Forestry & Society Definitions & Tools. HORT / RGSC 302 J.G. Mexal Fall 2006. Forestry & Society Definitions & Tools. Tree : a woody perennial at least 10 ft tall, usually with one main stem. Conifer: cone bearing plant, usually evergreen and softwood
HORT / RGSC 302
Precision + 30’
= 1 ft long x 1 ft wide x 1 in thick
Tree = 20” DBH, 80’H
bd ft = ((D -- 4)/4)2 x L
= ((20-4)/4)2 x 80
= ((16/4)2 x 80
= (4)2 x 80
= 16 x 80
Tree = 20” DBH, 80’H
bd ft = ((0.79D2 --2D --4) x L)/16
= ((0.79x202 – 2x20 -4) x 80)/16
= ((0.79x400 -40 -4) x 80)/16
= ((316 – 44) x 80)/16
= (272 x 80)/16
= 1,360 (106%)Forestry & SocietyDefinitions & Tools
Volume (bd ft)
Tree Height (ft)
Diameter of 16 ft log
8 foot log small end diameter (in)
Douglas-fir in WA
Douglas-fir in WA
Ponderosa pine in CA
Volume (BF or ft3)
BA (ft2) or DBH (in)
Site Index (SI 100)
Lincoln National Forest
Mescalero Apache Indian Reservation
Mescalero Apache Indian Reservation
Lincoln National Forest
Advance regeneration: small trees that appear before any silvicultural practice is undertaken to establish new growth.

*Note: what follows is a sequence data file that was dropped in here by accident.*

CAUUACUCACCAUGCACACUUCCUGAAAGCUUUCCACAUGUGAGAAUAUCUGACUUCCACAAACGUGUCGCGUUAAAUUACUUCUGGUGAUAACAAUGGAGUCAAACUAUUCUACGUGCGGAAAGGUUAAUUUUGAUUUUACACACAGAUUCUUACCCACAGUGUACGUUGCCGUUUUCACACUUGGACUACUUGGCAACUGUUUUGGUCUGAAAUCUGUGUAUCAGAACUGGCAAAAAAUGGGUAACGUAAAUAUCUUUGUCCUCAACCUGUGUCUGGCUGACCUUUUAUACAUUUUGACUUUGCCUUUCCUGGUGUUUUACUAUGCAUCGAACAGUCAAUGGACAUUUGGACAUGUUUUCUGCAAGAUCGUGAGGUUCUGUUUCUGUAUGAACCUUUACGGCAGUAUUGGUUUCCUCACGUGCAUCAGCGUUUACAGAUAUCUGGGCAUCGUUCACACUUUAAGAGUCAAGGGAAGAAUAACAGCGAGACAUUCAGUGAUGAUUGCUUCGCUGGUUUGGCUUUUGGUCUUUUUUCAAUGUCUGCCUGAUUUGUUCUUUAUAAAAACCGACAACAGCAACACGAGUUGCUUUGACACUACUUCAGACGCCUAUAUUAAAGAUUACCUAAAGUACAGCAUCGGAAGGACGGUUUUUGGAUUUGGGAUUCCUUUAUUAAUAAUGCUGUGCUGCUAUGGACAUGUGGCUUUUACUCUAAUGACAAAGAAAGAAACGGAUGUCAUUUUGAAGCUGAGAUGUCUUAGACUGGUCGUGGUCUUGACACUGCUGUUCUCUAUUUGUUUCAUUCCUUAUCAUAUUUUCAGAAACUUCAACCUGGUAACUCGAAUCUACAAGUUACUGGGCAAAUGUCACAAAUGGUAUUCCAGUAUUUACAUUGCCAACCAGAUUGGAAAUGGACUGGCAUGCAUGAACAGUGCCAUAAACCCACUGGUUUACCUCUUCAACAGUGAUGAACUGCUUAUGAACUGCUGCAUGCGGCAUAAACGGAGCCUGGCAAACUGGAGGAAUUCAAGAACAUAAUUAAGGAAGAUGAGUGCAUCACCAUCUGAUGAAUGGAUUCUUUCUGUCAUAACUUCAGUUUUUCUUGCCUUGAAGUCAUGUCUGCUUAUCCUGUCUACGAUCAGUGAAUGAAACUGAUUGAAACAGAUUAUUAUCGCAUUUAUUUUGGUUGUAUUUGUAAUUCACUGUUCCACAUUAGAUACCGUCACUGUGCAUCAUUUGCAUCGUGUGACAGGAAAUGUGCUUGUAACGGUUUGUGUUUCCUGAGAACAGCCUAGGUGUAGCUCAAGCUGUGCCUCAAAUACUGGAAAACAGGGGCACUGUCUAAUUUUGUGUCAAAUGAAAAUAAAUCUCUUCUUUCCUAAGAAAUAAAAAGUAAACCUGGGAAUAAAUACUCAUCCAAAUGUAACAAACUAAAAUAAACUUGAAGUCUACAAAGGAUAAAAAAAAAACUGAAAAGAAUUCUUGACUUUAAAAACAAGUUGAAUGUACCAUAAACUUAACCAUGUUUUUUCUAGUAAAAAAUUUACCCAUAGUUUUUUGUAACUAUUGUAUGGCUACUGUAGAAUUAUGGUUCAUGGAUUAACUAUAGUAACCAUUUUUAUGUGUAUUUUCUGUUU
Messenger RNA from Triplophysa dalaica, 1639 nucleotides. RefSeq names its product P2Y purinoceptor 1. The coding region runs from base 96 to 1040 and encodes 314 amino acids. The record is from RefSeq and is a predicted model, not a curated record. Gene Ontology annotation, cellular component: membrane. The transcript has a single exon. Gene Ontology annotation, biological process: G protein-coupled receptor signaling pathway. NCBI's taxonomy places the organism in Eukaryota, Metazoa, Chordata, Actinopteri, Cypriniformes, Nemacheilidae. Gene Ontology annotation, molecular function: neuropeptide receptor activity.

Age class: a distinct aggregation of trees of more or less similar age originating from a single natural disturbance or regeneration cutting.
Angiosperm: member of the class Angiospermae, including flowering plants with ovules (seeds) enclosed in an ovary (fruit). Members include oak, pecan, aspen, cottonwood, mahogany, and also referred to as ‘hardwoods’.
Basal area: the cross-sectional area of tree stems at a standard height (usually 4.5 ft); the total of such values on a per unit area basis (= stand basal area) is a stand attribute widely used in stocking and thinning guides.
Biome: an extensive community of plants and animals determined by soils and climate; an ecosystem.
CAI: current annual increment. Growth rate per year at a specified point in time.
Clearcutting method: a method of regeneration an even-aged stand in which a new age class develops in a fully exposed microclimate after removal, in a single cutting, of all trees in the previous stand. Regeneration may be from natural seeding, direct seeding, planted seedlings, or advance reproduction. Harvesting may be done in groups or patches (group or patch clearcutting) on in strips (Strip clearcutting). In the clearcutting system, the management unit or stand consists of the individual clearcut stand.